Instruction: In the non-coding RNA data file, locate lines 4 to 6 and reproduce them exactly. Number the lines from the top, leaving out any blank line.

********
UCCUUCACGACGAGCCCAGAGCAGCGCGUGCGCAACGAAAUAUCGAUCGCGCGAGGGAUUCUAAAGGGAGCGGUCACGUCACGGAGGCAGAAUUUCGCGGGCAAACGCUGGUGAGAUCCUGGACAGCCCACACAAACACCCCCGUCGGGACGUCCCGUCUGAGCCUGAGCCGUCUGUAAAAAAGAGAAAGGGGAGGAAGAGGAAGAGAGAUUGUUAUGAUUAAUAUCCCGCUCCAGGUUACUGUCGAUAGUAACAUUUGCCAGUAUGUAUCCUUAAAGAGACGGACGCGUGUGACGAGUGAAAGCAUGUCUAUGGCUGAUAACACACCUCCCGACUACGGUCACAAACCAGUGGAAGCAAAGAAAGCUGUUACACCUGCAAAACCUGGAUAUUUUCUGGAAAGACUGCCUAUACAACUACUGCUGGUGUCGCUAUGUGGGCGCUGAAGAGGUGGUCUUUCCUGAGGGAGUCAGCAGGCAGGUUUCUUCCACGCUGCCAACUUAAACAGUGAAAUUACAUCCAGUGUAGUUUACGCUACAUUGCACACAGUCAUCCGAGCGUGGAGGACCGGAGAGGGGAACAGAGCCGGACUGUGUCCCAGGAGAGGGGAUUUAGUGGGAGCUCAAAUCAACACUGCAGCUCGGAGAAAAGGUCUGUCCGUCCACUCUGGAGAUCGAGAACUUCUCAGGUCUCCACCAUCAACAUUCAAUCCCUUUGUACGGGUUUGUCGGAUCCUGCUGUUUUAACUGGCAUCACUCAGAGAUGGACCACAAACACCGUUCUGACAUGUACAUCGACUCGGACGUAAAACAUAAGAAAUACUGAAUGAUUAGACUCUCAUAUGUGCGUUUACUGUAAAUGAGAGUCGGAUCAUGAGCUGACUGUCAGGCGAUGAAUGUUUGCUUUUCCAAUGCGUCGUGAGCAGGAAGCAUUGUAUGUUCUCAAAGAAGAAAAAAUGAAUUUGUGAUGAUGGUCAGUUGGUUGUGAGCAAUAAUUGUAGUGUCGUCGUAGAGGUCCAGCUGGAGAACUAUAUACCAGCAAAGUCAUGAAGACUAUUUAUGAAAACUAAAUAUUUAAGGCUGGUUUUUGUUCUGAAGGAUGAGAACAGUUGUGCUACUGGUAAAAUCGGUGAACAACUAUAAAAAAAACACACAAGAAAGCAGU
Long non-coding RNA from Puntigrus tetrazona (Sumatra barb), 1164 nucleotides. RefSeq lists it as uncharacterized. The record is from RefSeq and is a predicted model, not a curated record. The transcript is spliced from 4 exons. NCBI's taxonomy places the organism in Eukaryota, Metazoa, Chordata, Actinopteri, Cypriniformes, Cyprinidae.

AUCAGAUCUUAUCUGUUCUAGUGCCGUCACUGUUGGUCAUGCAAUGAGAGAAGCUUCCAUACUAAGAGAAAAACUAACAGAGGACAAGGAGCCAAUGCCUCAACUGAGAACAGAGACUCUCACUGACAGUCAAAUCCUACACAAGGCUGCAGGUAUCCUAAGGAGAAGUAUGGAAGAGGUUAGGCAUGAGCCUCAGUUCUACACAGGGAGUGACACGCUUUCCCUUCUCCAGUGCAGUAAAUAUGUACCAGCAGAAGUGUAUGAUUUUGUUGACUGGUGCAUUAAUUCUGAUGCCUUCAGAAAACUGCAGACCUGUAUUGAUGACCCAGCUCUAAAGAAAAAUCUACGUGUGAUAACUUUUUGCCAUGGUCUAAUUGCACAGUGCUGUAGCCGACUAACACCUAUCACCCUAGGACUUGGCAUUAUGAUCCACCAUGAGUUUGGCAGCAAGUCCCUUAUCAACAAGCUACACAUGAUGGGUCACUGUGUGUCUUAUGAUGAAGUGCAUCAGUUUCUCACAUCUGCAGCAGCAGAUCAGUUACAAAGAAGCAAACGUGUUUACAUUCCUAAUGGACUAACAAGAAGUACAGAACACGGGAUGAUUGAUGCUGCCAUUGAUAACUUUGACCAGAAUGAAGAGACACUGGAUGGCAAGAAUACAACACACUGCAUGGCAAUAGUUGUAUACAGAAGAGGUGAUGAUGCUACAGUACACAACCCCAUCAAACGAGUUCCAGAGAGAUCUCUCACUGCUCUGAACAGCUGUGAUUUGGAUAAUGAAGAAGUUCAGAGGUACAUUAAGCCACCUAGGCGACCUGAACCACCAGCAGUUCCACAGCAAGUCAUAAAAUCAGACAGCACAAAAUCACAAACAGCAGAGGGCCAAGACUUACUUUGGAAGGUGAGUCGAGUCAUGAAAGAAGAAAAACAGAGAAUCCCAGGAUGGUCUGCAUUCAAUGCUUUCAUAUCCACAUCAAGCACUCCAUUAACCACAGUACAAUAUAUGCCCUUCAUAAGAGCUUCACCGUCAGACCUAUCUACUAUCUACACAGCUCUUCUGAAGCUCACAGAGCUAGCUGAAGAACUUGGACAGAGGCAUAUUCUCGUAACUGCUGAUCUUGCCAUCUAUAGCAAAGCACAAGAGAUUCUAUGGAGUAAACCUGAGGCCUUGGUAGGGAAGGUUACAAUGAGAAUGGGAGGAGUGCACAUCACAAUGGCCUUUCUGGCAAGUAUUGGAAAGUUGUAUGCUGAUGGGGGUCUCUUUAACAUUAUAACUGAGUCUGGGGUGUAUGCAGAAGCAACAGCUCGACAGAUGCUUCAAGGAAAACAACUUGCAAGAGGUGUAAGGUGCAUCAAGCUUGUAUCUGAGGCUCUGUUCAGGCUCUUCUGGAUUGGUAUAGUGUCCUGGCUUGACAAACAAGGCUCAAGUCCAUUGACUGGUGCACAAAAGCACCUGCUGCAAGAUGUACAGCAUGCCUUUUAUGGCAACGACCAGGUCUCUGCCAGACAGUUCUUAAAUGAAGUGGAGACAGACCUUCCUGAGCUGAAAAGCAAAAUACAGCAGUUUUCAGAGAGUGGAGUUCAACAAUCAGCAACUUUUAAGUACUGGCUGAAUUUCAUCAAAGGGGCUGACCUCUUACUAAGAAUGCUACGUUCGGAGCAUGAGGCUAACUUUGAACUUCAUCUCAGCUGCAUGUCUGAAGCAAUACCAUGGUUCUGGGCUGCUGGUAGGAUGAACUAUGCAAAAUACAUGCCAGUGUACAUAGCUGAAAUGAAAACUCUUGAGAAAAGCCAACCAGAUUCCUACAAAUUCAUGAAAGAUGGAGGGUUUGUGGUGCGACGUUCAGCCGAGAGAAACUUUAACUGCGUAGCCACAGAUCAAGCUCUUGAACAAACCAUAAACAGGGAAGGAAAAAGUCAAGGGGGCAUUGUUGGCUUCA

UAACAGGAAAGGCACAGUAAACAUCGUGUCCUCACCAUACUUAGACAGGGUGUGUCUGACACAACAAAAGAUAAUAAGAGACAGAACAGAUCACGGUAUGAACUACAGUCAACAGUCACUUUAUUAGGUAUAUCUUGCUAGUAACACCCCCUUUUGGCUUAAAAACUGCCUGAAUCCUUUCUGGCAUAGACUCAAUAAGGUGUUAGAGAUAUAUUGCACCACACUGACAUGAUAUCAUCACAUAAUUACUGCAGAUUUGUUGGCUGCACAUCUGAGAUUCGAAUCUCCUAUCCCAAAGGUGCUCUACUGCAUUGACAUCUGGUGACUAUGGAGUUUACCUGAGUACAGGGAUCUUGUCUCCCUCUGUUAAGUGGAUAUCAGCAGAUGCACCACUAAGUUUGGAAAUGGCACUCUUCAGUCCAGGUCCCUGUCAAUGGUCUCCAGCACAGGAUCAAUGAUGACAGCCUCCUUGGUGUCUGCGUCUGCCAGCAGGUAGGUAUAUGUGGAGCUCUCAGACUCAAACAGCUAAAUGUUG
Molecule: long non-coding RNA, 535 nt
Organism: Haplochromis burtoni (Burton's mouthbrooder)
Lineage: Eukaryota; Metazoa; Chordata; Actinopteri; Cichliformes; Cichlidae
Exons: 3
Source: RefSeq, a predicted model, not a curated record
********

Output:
UAACAGGAAAGGCACAGUAAACAUCGUGUCCUCACCAUACUUAGACAGGGUGUGUCUGACACAACAAAAGAUAAUAAGAGACAGAACAGAUCACGGUAUGAACUACAGUCAACAGUCACUUUAUUAGGUAUAUCUUGCUAGUAACACCCCCUUUUGGCUUAAAAACUGCCUGAAUCCUUUCUGGCAUAGACUCAAUAAGGUGUUAGAGAUAUAUUGCACCACACUGACAUGAUAUCAUCACAUAAUUACUGCAGAUUUGUUGGCUGCACAUCUGAGAUUCGAAUCUCCUAUCCCAAAGGUGCUCUACUGCAUUGACAUCUGGUGACUAUGGAGUUUACCUGAGUACAGGGAUCUUGUCUCCCUCUGUUAAGUGGAUAUCAGCAGAUGCACCACUAAGUUUGGAAAUGGCACUCUUCAGUCCAGGUCCCUGUCAAUGGUCUCCAGCACAGGAUCAAUGAUGACAGCCUCCUUGGUGUCUGCGUCUGCCAGCAGGUAGGUAUAUGUGGAGCUCUCAGACUCAAACAGCUAAAUGUUG
Molecule: long non-coding RNA, 535 nt
Organism: Haplochromis burtoni (Burton's mouthbrooder)